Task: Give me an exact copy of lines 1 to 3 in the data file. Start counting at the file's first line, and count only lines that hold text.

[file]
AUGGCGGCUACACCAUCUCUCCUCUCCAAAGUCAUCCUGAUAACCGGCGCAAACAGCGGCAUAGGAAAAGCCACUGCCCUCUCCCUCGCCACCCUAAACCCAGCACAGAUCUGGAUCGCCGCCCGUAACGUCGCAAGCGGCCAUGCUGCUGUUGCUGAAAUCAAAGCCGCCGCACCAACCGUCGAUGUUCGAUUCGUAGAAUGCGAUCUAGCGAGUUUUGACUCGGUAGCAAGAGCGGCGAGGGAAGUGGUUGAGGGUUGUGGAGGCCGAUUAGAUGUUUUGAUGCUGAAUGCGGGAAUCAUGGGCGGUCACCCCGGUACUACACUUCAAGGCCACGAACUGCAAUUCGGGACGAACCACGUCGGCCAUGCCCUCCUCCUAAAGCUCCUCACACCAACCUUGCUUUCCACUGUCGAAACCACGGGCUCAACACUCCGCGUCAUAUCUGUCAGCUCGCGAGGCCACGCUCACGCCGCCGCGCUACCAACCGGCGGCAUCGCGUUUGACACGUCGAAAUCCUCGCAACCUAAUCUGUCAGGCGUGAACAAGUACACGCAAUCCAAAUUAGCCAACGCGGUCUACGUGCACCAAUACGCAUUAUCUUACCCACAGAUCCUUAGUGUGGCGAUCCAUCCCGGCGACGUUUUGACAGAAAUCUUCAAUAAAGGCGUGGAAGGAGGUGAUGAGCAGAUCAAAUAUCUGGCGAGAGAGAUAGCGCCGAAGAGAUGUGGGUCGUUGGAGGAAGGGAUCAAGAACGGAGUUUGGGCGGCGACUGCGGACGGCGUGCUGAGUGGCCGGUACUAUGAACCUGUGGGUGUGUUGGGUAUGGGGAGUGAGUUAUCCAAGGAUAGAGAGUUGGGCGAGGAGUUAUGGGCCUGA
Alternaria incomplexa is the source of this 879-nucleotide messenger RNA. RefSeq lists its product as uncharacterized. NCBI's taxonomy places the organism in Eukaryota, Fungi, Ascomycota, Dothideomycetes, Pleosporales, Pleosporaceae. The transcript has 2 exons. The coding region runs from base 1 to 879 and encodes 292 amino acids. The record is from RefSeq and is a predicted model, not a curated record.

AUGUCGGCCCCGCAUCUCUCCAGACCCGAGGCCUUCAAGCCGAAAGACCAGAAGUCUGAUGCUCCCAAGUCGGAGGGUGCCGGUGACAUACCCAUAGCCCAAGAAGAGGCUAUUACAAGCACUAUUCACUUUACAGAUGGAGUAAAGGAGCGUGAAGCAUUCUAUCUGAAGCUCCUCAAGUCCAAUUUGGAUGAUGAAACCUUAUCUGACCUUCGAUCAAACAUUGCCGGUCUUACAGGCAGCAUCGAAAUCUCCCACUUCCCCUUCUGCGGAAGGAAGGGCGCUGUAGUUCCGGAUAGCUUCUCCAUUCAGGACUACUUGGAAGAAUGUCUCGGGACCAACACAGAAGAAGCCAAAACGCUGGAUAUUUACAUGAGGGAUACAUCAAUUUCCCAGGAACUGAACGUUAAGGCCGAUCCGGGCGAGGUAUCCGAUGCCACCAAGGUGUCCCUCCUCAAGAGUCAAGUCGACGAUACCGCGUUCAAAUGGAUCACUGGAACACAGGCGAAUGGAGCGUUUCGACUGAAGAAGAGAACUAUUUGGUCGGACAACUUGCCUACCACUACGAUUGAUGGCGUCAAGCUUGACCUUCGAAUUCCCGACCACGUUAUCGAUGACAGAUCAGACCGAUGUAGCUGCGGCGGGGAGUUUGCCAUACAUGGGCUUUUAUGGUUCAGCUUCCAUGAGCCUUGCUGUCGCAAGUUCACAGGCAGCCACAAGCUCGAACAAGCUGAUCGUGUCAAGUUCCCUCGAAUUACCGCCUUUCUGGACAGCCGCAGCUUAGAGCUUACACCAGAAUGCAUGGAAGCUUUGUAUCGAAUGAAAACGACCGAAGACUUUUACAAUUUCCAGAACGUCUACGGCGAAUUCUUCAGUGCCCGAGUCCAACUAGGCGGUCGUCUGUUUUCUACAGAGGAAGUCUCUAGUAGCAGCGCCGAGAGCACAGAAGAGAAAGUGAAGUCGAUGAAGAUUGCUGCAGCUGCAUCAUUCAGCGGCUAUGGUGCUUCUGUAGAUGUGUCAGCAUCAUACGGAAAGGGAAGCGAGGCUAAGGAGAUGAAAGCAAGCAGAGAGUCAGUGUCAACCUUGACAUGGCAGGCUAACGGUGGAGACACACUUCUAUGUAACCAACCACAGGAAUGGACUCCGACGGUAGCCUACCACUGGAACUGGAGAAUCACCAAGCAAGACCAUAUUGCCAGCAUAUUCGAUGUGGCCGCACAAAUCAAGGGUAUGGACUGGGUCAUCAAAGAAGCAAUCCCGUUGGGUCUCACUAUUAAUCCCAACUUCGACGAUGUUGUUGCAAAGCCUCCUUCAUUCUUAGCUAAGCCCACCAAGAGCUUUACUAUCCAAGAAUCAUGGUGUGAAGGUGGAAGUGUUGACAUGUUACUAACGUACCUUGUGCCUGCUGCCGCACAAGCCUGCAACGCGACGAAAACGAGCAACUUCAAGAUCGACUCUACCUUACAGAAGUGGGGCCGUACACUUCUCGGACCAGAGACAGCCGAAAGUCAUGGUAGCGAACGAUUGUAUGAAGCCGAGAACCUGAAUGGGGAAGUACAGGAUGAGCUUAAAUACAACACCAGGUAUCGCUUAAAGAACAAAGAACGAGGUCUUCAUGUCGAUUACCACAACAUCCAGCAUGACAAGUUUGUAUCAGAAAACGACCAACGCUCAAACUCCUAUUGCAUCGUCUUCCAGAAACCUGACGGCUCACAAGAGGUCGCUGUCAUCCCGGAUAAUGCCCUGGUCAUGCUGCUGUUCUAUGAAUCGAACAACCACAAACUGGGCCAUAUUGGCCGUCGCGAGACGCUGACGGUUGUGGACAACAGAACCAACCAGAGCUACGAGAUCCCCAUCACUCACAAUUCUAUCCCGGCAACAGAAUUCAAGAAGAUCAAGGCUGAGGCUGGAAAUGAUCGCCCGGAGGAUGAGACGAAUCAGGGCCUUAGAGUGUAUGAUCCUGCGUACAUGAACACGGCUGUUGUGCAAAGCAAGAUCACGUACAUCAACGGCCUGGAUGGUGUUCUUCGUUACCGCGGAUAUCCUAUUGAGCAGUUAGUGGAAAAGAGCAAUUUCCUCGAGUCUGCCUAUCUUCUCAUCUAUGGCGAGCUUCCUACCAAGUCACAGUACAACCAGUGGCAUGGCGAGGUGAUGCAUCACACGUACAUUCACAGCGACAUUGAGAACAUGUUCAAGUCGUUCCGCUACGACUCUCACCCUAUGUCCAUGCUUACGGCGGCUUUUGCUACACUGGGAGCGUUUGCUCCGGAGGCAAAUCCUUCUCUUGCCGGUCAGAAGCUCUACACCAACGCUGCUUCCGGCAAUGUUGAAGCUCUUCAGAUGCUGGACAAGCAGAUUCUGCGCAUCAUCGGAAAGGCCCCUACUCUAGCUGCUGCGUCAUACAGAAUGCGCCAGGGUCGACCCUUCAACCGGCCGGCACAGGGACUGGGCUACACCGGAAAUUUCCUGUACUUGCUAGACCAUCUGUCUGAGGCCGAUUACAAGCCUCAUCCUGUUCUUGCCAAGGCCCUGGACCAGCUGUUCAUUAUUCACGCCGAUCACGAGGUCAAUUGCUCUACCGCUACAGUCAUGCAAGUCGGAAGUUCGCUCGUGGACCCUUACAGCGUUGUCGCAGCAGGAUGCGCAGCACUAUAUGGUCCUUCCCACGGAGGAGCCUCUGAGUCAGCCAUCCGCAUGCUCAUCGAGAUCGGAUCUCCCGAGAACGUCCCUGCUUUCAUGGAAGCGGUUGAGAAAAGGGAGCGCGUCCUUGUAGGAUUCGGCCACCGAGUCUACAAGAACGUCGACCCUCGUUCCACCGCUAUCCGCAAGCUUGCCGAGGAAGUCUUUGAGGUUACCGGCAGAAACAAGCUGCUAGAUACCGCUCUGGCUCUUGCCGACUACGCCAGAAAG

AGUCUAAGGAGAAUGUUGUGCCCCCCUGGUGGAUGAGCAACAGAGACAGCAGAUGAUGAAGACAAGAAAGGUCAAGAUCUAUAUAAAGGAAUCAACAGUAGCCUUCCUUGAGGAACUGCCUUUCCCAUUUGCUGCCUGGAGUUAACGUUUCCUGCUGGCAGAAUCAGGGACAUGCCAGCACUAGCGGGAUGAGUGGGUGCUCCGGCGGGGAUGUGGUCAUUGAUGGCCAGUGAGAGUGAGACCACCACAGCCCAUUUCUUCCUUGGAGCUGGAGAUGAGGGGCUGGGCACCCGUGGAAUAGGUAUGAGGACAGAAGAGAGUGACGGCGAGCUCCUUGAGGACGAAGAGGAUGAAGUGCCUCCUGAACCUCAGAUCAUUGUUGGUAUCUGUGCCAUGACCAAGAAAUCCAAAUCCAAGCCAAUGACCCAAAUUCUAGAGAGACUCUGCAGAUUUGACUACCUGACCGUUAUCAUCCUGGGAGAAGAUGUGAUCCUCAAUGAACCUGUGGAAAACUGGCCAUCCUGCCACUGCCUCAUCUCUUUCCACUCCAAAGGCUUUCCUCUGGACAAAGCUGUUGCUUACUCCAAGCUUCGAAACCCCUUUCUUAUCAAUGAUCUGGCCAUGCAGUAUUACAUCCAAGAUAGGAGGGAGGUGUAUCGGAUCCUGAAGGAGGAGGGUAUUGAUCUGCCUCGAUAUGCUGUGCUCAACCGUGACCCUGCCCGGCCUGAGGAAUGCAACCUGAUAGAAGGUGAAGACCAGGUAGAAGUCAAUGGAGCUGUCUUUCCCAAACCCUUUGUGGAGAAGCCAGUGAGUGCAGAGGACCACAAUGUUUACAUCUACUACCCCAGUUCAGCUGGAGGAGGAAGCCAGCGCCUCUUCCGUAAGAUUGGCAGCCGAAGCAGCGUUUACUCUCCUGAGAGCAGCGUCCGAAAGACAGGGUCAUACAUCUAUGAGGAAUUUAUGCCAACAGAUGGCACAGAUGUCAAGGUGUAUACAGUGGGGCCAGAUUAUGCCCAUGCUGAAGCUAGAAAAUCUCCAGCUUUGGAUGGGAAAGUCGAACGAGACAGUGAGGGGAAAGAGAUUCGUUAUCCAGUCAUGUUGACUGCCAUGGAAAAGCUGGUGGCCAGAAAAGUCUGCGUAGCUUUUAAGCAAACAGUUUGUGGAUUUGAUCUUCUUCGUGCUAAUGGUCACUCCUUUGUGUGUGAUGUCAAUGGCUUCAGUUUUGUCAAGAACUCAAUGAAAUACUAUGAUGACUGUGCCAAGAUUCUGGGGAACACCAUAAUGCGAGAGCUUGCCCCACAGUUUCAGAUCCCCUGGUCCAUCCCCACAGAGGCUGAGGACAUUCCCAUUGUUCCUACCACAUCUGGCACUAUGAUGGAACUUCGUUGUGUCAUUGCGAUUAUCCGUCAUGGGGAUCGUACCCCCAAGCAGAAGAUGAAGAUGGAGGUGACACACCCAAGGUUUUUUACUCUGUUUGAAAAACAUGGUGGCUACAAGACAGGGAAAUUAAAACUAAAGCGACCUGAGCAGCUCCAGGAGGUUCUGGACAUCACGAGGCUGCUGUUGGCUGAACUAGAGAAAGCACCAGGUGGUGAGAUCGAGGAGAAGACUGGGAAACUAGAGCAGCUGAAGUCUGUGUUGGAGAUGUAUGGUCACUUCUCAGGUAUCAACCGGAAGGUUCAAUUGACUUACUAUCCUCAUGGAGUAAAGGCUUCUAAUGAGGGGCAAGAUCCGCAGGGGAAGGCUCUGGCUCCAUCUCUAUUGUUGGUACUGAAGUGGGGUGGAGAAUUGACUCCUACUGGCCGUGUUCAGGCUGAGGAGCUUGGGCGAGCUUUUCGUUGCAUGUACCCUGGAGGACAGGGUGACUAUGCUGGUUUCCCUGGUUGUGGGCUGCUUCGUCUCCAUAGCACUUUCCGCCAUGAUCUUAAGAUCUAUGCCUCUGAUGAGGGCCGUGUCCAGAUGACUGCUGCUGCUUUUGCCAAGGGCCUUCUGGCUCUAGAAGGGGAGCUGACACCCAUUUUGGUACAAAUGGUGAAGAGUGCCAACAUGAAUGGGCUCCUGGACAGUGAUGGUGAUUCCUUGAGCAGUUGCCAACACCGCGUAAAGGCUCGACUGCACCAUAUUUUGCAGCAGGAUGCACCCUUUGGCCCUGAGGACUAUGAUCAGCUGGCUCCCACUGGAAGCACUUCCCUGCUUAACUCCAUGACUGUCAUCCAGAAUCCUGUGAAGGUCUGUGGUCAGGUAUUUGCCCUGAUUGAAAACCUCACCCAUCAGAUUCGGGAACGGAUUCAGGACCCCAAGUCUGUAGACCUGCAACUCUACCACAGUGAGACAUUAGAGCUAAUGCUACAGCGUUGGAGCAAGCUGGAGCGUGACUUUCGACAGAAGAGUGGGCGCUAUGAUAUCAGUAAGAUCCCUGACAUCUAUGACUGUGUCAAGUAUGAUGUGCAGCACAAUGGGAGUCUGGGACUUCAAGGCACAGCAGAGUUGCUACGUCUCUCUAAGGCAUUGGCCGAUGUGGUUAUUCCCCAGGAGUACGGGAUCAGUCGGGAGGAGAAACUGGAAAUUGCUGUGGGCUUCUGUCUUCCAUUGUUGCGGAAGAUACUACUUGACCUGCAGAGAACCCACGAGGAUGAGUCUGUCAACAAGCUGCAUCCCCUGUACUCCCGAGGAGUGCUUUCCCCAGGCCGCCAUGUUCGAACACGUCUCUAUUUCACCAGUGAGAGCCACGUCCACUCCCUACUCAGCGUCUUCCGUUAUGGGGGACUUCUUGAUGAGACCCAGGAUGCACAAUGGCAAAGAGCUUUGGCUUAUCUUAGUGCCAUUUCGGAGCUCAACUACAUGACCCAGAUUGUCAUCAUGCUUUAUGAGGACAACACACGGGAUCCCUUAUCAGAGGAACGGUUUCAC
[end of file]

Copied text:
AUGGCGGCUACACCAUCUCUCCUCUCCAAAGUCAUCCUGAUAACCGGCGCAAACAGCGGCAUAGGAAAAGCCACUGCCCUCUCCCUCGCCACCCUAAACCCAGCACAGAUCUGGAUCGCCGCCCGUAACGUCGCAAGCGGCCAUGCUGCUGUUGCUGAAAUCAAAGCCGCCGCACCAACCGUCGAUGUUCGAUUCGUAGAAUGCGAUCUAGCGAGUUUUGACUCGGUAGCAAGAGCGGCGAGGGAAGUGGUUGAGGGUUGUGGAGGCCGAUUAGAUGUUUUGAUGCUGAAUGCGGGAAUCAUGGGCGGUCACCCCGGUACUACACUUCAAGGCCACGAACUGCAAUUCGGGACGAACCACGUCGGCCAUGCCCUCCUCCUAAAGCUCCUCACACCAACCUUGCUUUCCACUGUCGAAACCACGGGCUCAACACUCCGCGUCAUAUCUGUCAGCUCGCGAGGCCACGCUCACGCCGCCGCGCUACCAACCGGCGGCAUCGCGUUUGACACGUCGAAAUCCUCGCAACCUAAUCUGUCAGGCGUGAACAAGUACACGCAAUCCAAAUUAGCCAACGCGGUCUACGUGCACCAAUACGCAUUAUCUUACCCACAGAUCCUUAGUGUGGCGAUCCAUCCCGGCGACGUUUUGACAGAAAUCUUCAAUAAAGGCGUGGAAGGAGGUGAUGAGCAGAUCAAAUAUCUGGCGAGAGAGAUAGCGCCGAAGAGAUGUGGGUCGUUGGAGGAAGGGAUCAAGAACGGAGUUUGGGCGGCGACUGCGGACGGCGUGCUGAGUGGCCGGUACUAUGAACCUGUGGGUGUGUUGGGUAUGGGGAGUGAGUUAUCCAAGGAUAGAGAGUUGGGCGAGGAGUUAUGGGCCUGA
Alternaria incomplexa is the source of this 879-nucleotide messenger RNA. RefSeq lists its product as uncharacterized. NCBI's taxonomy places the organism in Eukaryota, Fungi, Ascomycota, Dothideomycetes, Pleosporales, Pleosporaceae. The transcript has 2 exons. The coding region runs from base 1 to 879 and encodes 292 amino acids. The record is from RefSeq and is a predicted model, not a curated record.

AUGUCGGCCCCGCAUCUCUCCAGACCCGAGGCCUUCAAGCCGAAAGACCAGAAGUCUGAUGCUCCCAAGUCGGAGGGUGCCGGUGACAUACCCAUAGCCCAAGAAGAGGCUAUUACAAGCACUAUUCACUUUACAGAUGGAGUAAAGGAGCGUGAAGCAUUCUAUCUGAAGCUCCUCAAGUCCAAUUUGGAUGAUGAAACCUUAUCUGACCUUCGAUCAAACAUUGCCGGUCUUACAGGCAGCAUCGAAAUCUCCCACUUCCCCUUCUGCGGAAGGAAGGGCGCUGUAGUUCCGGAUAGCUUCUCCAUUCAGGACUACUUGGAAGAAUGUCUCGGGACCAACACAGAAGAAGCCAAAACGCUGGAUAUUUACAUGAGGGAUACAUCAAUUUCCCAGGAACUGAACGUUAAGGCCGAUCCGGGCGAGGUAUCCGAUGCCACCAAGGUGUCCCUCCUCAAGAGUCAAGUCGACGAUACCGCGUUCAAAUGGAUCACUGGAACACAGGCGAAUGGAGCGUUUCGACUGAAGAAGAGAACUAUUUGGUCGGACAACUUGCCUACCACUACGAUUGAUGGCGUCAAGCUUGACCUUCGAAUUCCCGACCACGUUAUCGAUGACAGAUCAGACCGAUGUAGCUGCGGCGGGGAGUUUGCCAUACAUGGGCUUUUAUGGUUCAGCUUCCAUGAGCCUUGCUGUCGCAAGUUCACAGGCAGCCACAAGCUCGAACAAGCUGAUCGUGUCAAGUUCCCUCGAAUUACCGCCUUUCUGGACAGCCGCAGCUUAGAGCUUACACCAGAAUGCAUGGAAGCUUUGUAUCGAAUGAAAACGACCGAAGACUUUUACAAUUUCCAGAACGUCUACGGCGAAUUCUUCAGUGCCCGAGUCCAACUAGGCGGUCGUCUGUUUUCUACAGAGGAAGUCUCUAGUAGCAGCGCCGAGAGCACAGAAGAGAAAGUGAAGUCGAUGAAGAUUGCUGCAGCUGCAUCAUUCAGCGGCUAUGGUGCUUCUGUAGAUGUGUCAGCAUCAUACGGAAAGGGAAGCGAGGCUAAGGAGAUGAAAGCAAGCAGAGAGUCAGUGUCAACCUUGACAUGGCAGGCUAACGGUGGAGACACACUUCUAUGUAACCAACCACAGGAAUGGACUCCGACGGUAGCCUACCACUGGAACUGGAGAAUCACCAAGCAAGACCAUAUUGCCAGCAUAUUCGAUGUGGCCGCACAAAUCAAGGGUAUGGACUGGGUCAUCAAAGAAGCAAUCCCGUUGGGUCUCACUAUUAAUCCCAACUUCGACGAUGUUGUUGCAAAGCCUCCUUCAUUCUUAGCUAAGCCCACCAAGAGCUUUACUAUCCAAGAAUCAUGGUGUGAAGGUGGAAGUGUUGACAUGUUACUAACGUACCUUGUGCCUGCUGCCGCACAAGCCUGCAACGCGACGAAAACGAGCAACUUCAAGAUCGACUCUACCUUACAGAAGUGGGGCCGUACACUUCUCGGACCAGAGACAGCCGAAAGUCAUGGUAGCGAACGAUUGUAUGAAGCCGAGAACCUGAAUGGGGAAGUACAGGAUGAGCUUAAAUACAACACCAGGUAUCGCUUAAAGAACAAAGAACGAGGUCUUCAUGUCGAUUACCACAACAUCCAGCAUGACAAGUUUGUAUCAGAAAACGACCAACGCUCAAACUCCUAUUGCAUCGUCUUCCAGAAACCUGACGGCUCACAAGAGGUCGCUGUCAUCCCGGAUAAUGCCCUGGUCAUGCUGCUGUUCUAUGAAUCGAACAACCACAAACUGGGCCAUAUUGGCCGUCGCGAGACGCUGACGGUUGUGGACAACAGAACCAACCAGAGCUACGAGAUCCCCAUCACUCACAAUUCUAUCCCGGCAACAGAAUUCAAGAAGAUCAAGGCUGAGGCUGGAAAUGAUCGCCCGGAGGAUGAGACGAAUCAGGGCCUUAGAGUGUAUGAUCCUGCGUACAUGAACACGGCUGUUGUGCAAAGCAAGAUCACGUACAUCAACGGCCUGGAUGGUGUUCUUCGUUACCGCGGAUAUCCUAUUGAGCAGUUAGUGGAAAAGAGCAAUUUCCUCGAGUCUGCCUAUCUUCUCAUCUAUGGCGAGCUUCCUACCAAGUCACAGUACAACCAGUGGCAUGGCGAGGUGAUGCAUCACACGUACAUUCACAGCGACAUUGAGAACAUGUUCAAGUCGUUCCGCUACGACUCUCACCCUAUGUCCAUGCUUACGGCGGCUUUUGCUACACUGGGAGCGUUUGCUCCGGAGGCAAAUCCUUCUCUUGCCGGUCAGAAGCUCUACACCAACGCUGCUUCCGGCAAUGUUGAAGCUCUUCAGAUGCUGGACAAGCAGAUUCUGCGCAUCAUCGGAAAGGCCCCUACUCUAGCUGCUGCGUCAUACAGAAUGCGCCAGGGUCGACCCUUCAACCGGCCGGCACAGGGACUGGGCUACACCGGAAAUUUCCUGUACUUGCUAGACCAUCUGUCUGAGGCCGAUUACAAGCCUCAUCCUGUUCUUGCCAAGGCCCUGGACCAGCUGUUCAUUAUUCACGCCGAUCACGAGGUCAAUUGCUCUACCGCUACAGUCAUGCAAGUCGGAAGUUCGCUCGUGGACCCUUACAGCGUUGUCGCAGCAGGAUGCGCAGCACUAUAUGGUCCUUCCCACGGAGGAGCCUCUGAGUCAGCCAUCCGCAUGCUCAUCGAGAUCGGAUCUCCCGAGAACGUCCCUGCUUUCAUGGAAGCGGUUGAGAAAAGGGAGCGCGUCCUUGUAGGAUUCGGCCACCGAGUCUACAAGAACGUCGACCCUCGUUCCACCGCUAUCCGCAAGCUUGCCGAGGAAGUCUUUGAGGUUACCGGCAGAAACAAGCUGCUAGAUACCGCUCUGGCUCUUGCCGACUACGCCAGAAAG